Eunydd son of Gwenllian
Sandde Hardd of Mortyn
The Floruit of Einion ap Seisyllt
The Enigmatic Elystan Glodrydd
The Unofficial "History" of Elystan of Powys
Cowryd ap Cadfan of Dyffryn Clwyd
Owain ap Cadwgan and Nest ferch Rhys - An Historic Fiction?
The "sons" of Owain ap Cadwgan ap Bleddyn
The Betrayal by Meirion Goch Revisited
Gwyn Ddistain, seneschal for Llewelyn Fawr
The Men of Lleyn - How They Got There
Trahaearn Goch of Lleyn
Einion vs Iestyn ap Gwrgan - The Conquest of Glamorgan
The Royal Family of Glamorgan
Dafydd Goch ap Dafydd - His Real Ancestry
Thomas ap Rhodri - Father of Owain "Lawgoch"
The "Malpas" Family in Cheshire
Einion ap Celynin of Llwydiarth
Marchweithian, Lord of Is Aled, Rhufoniog
Osbwrn Wyddel of Cors Gedol
Bradwen of Llys Bradwen in Meirionydd
Ednowain ap Bradwen
Sorting out the Gwaithfoeds
Three Men called Iorwerth Goch "ap Maredudd"
The Caradog of Gwynedd With 3 Fathers
Who Was Sir Robert Pounderling?
Eidio Wyllt - What Was His Birthname?
The Legendary Kingdom of Seisyllwg
The Royal Family of Ceredigion
Llewelyn ap Hoedliw, Lord of Is Cerdin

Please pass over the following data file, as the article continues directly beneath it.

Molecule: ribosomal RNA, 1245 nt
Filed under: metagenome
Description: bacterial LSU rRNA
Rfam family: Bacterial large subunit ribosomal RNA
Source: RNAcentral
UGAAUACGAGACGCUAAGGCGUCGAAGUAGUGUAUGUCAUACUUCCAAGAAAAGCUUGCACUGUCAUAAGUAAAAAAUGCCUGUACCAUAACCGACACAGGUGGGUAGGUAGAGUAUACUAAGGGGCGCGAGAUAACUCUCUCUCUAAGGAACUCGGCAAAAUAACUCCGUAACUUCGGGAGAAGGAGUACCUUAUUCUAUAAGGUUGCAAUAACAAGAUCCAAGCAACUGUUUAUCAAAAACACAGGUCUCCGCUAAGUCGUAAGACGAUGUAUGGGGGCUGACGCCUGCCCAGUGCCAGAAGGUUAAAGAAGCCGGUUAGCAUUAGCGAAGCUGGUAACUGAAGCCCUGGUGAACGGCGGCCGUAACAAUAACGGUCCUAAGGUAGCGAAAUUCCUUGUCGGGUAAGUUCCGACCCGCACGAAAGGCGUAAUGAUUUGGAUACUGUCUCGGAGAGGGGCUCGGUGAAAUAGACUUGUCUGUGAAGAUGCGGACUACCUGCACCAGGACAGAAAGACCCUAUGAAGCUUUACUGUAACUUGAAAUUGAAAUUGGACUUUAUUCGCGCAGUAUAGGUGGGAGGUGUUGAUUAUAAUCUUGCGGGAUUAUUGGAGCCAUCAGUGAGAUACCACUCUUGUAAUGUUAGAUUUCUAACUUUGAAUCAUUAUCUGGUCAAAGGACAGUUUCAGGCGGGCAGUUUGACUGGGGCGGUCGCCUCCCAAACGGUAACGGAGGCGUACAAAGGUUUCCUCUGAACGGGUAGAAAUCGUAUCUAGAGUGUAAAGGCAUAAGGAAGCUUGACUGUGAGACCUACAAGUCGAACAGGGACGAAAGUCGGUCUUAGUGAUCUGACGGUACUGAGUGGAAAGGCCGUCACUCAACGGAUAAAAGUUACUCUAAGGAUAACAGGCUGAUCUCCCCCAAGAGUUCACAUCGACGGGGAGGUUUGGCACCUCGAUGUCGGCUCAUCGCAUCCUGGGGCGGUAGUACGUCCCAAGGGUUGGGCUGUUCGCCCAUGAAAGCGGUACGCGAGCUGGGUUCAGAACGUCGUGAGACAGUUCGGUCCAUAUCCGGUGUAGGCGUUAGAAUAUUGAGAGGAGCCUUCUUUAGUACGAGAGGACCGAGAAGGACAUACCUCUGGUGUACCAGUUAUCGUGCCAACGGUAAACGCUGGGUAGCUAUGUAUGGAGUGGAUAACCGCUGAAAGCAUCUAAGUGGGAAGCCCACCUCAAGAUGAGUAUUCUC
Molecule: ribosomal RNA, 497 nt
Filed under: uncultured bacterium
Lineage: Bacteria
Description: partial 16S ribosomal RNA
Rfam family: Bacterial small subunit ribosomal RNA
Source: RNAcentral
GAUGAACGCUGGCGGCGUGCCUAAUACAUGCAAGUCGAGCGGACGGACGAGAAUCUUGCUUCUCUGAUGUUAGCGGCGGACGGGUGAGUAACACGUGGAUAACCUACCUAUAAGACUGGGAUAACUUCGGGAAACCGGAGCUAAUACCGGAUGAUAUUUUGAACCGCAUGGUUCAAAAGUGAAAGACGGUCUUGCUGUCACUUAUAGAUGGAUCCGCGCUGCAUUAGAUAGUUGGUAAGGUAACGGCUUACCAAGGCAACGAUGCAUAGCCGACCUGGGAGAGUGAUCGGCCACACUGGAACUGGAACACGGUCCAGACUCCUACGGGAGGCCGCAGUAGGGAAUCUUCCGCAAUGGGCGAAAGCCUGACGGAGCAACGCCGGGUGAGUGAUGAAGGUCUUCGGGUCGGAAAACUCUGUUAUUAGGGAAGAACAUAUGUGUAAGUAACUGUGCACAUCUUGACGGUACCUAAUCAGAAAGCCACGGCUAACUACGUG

The Ancestry of Owain Glyndwr
Welsh Ancestry of the Tudor Dynasty
Gruffudd ap Rhys, the Homeless Prince
The Children of Lord Rhys
Maredudd Gethin ap Lord Rhys
The 'Next Heir' of Morgan of Caerleon
Pedigree of the ancient Lords of Ial
The Shropshire Walcot Family
Pedigree of "Ednowain Bendew II"
Pedigree of Cynddelw Gam

        While Bartrum makes it clear that he thinks none of the pedigrees which include this man were more than legendary, he does cite six examples:
       (1)  [the pedigree cited for #8 - Einudd Bach]
       (2)  Gwyddno garanir arglwydd Kantref y Gwaelod ap Cadwaladr ap Meirion Meirionydd
       (3)  Gwyddno garanir arglwydd Keredigion ap Geraint ap Garanawc lawddigar ap Kyhylynn glodrydd ap Kadell dyrnllyc
       (4)  Gwyddno garanir (ap Garannog lewddigar) ap Drudwas ap Dryffin
      (5)  Gwyddno garanyr ab Drydwas vab Karamawg vab Dryffynn brenin Glogledd vab Klefyddgar vab Kynan glodrydd vab Cadell vab Deirullig o Gefeiliog.  Dwnn ii, 49
      (6)  Drudw[a]s ap Dryffin farfawc ap Orannoc glewddigar